It says a lot about a band’s creative uniqueness when the hybrid style of music they play defies easy genre categorization the way the melodies and grooves of Four80East do. In the late 90s, when veteran Toronto based remixers Tony Grace and Rob DeBoer (collectively known on their pop projects as Boomtang) recorded their first loose, improvisational jazz/dance project The Album, it fit perfectly into the then-flourishing acid jazz movement. When the duo—whose instrumental side projects were billed under the moniker Four80East—recorded Nocturnal (2001) and Round 3 (2002) for Higher Octave, the chill music phenomenon was taking off, so it seemed appropriate to put their music in that pocket. As their albums became more popular, a few new expressions were coined, “trip-jazz” and “Nu Jazz.” DeBoer responds to all those attempts to pigeonhole the Four80East vibe by saying, “the beauty of what we do is that the boundaries we’ve established are fairly broad. With each song, we only need to answer the question, ‘Does it sound like a Four80East song?’”
The ongoing flow of seductive and often thumping rhythms, trippy and unexpected sound effects and jangling electric guitar and piano riffs on the duo’s Native Language debut makes En Route the perfect title for the collection. The overall feeling of the 11 tracks is cool, ambient and downtempo, with one bright exception that smooth jazz fans in Canada have already made a success: “Noodle Soup,” which rolls like hypnotic, easy grooving jazzy disco for people way too young and cool to still have their platform shoes. On this track, which is up this month for Best Original Song at the Canadian Smooth Jazz Awards, the duo’s old school soul and jazz influences are front and center with DeBoer’s crisp electric guitar and dancing piano chords and riffs jumping playfully over Grace’s hypnotic beats.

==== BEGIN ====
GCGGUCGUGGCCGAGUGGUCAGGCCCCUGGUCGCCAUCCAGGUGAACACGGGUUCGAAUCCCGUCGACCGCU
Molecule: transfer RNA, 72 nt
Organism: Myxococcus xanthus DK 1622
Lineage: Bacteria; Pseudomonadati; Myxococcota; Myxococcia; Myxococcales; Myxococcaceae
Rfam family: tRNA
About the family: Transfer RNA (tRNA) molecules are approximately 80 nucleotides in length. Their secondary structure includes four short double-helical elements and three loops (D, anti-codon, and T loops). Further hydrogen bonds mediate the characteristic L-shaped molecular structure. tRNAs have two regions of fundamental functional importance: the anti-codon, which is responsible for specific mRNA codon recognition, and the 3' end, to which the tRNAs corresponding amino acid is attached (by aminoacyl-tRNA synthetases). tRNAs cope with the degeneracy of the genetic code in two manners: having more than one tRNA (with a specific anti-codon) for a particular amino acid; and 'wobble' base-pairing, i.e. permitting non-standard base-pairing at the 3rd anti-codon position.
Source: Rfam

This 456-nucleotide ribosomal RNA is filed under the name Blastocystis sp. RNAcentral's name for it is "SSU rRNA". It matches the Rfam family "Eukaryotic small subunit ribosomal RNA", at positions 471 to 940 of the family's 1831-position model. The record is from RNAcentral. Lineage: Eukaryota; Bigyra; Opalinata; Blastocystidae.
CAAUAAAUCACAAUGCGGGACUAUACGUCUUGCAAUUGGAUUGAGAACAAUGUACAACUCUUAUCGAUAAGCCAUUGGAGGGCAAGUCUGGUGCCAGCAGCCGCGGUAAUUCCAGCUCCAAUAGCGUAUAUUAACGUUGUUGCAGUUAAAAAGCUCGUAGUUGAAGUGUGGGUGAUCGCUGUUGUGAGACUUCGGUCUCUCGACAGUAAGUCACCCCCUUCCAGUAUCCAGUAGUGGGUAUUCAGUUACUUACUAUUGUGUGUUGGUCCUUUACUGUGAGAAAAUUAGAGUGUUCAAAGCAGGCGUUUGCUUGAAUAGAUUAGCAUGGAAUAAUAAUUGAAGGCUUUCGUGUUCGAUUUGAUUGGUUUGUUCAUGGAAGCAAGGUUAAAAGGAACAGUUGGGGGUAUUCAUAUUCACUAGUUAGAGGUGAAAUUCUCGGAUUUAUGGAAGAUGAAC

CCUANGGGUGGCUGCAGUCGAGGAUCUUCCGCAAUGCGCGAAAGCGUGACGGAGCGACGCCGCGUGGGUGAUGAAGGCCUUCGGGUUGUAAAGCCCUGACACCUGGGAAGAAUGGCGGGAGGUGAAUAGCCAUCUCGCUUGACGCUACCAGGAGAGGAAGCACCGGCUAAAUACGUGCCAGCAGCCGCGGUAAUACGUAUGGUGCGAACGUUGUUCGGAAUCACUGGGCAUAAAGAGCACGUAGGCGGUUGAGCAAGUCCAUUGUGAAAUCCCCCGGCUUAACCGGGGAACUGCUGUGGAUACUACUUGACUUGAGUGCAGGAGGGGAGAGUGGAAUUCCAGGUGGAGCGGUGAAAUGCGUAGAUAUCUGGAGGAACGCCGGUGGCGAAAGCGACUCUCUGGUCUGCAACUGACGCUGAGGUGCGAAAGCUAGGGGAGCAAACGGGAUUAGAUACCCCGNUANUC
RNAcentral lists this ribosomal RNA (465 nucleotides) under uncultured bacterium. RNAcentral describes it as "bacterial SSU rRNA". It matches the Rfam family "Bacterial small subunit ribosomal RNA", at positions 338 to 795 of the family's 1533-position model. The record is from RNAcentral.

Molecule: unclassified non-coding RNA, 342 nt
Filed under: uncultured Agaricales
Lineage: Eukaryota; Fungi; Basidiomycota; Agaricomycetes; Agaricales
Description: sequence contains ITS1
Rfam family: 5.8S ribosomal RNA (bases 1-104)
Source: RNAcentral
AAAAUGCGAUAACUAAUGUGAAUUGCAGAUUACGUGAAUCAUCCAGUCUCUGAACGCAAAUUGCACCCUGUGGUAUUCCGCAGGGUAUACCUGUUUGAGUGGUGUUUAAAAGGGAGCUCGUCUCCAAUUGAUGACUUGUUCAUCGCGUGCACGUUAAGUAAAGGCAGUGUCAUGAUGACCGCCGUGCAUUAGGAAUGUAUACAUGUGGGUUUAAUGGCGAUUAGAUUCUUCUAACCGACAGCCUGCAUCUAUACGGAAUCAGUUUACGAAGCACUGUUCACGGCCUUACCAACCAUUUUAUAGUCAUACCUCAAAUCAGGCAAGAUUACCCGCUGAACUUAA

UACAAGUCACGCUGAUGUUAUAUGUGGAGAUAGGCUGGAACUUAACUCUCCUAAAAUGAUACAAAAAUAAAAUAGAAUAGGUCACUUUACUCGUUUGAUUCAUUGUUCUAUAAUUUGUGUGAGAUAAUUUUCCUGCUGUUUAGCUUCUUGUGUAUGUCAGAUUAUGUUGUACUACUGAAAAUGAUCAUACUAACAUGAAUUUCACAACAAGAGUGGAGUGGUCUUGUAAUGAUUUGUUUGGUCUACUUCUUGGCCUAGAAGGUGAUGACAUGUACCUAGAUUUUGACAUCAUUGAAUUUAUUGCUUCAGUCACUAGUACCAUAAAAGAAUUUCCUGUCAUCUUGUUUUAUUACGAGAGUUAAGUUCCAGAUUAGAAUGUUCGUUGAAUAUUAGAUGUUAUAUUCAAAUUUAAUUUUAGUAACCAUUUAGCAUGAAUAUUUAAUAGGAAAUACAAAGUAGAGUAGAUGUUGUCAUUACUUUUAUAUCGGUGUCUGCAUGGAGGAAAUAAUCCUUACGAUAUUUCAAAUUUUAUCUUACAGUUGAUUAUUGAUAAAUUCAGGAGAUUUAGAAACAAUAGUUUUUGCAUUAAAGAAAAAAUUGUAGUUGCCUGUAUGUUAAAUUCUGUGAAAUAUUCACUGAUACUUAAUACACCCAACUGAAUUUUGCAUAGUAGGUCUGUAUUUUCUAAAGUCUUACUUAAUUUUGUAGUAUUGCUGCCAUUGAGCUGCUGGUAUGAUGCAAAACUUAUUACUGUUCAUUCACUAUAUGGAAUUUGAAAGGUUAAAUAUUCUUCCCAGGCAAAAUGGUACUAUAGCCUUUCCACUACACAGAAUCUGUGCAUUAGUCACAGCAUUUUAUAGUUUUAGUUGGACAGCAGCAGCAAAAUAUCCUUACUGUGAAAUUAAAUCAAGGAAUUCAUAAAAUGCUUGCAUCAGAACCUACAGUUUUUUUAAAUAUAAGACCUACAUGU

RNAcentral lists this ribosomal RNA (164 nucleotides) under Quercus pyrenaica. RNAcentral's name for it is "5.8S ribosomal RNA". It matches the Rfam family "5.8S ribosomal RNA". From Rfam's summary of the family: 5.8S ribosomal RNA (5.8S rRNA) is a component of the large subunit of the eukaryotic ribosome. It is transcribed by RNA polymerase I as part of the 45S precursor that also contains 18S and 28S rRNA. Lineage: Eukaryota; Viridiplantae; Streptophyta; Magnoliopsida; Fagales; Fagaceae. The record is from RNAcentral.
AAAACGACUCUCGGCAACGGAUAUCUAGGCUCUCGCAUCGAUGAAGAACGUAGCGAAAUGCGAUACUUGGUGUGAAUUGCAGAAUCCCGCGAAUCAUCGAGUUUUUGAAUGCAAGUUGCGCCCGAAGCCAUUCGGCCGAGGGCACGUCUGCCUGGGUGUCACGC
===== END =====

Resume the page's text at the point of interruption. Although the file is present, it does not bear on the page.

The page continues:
Beyond that, En Route rolls like a classic chill out collection with a lot of cool influences beyond the typical urban sounds that define smooth jazz today. “Five By Five” swirls spacey mystical effects, crunchy electronica and a simmering blues keyboard flavor. “The Drop” lives up to its name, heading into hypnotic darkness with bursts of avant garde, distorted electric guitar. “Double Down” textures an insistent, ringing high hat jazz fusion groove with dark toned guitar and organ riffs, and includes a smoky tenor solo by Jon Stewart; Stewart also adds a radio friendly melodic solo to the easy grooving, mostly guitar driven and traditionally urban flavored “Been Too Long.”
En Route’s next stop is the cool and sexy “Closer,” which mixes trippy effects with a passionate sax melody and the dreamy “hey hey” vocals of Divine Brown. The bounce picks up big time on the next two tracks, the densely percussive, fun spirited jazz jam title track and the punchy, funky electronica piece “51 Division” (which combines cool guitar and sax jazz licks with “out there” scratchy touches). Chris Botti fans will connect well with the next downtempo tune, the moody “Don’t Look Back” (featuring the trumpet of Bryden Baird) while “Easy Come, Easy Go” is a haunting electronic soundscape (with touches of piano and guitar) that keeps the soothing relaxation vibe going. Four80East wraps En Route with the soulful, laid back and hypnotic electro-jazz (with equal doses of jazzy piano and odd synth effects) of “Waterline.”
Because Grace and DeBoer have lucrative day jobs as award winning remixers and producers, Four80East is more or less an important creative outlet they get to when they have time. Projects like the irresistible and multi-faceted En Route will make longtime fans and new listeners alike hope that there are more lulls in their regular schedule in the years to come. Their vibe is just too cool and essential to wait five years for between recordings.
- Jonathan Widran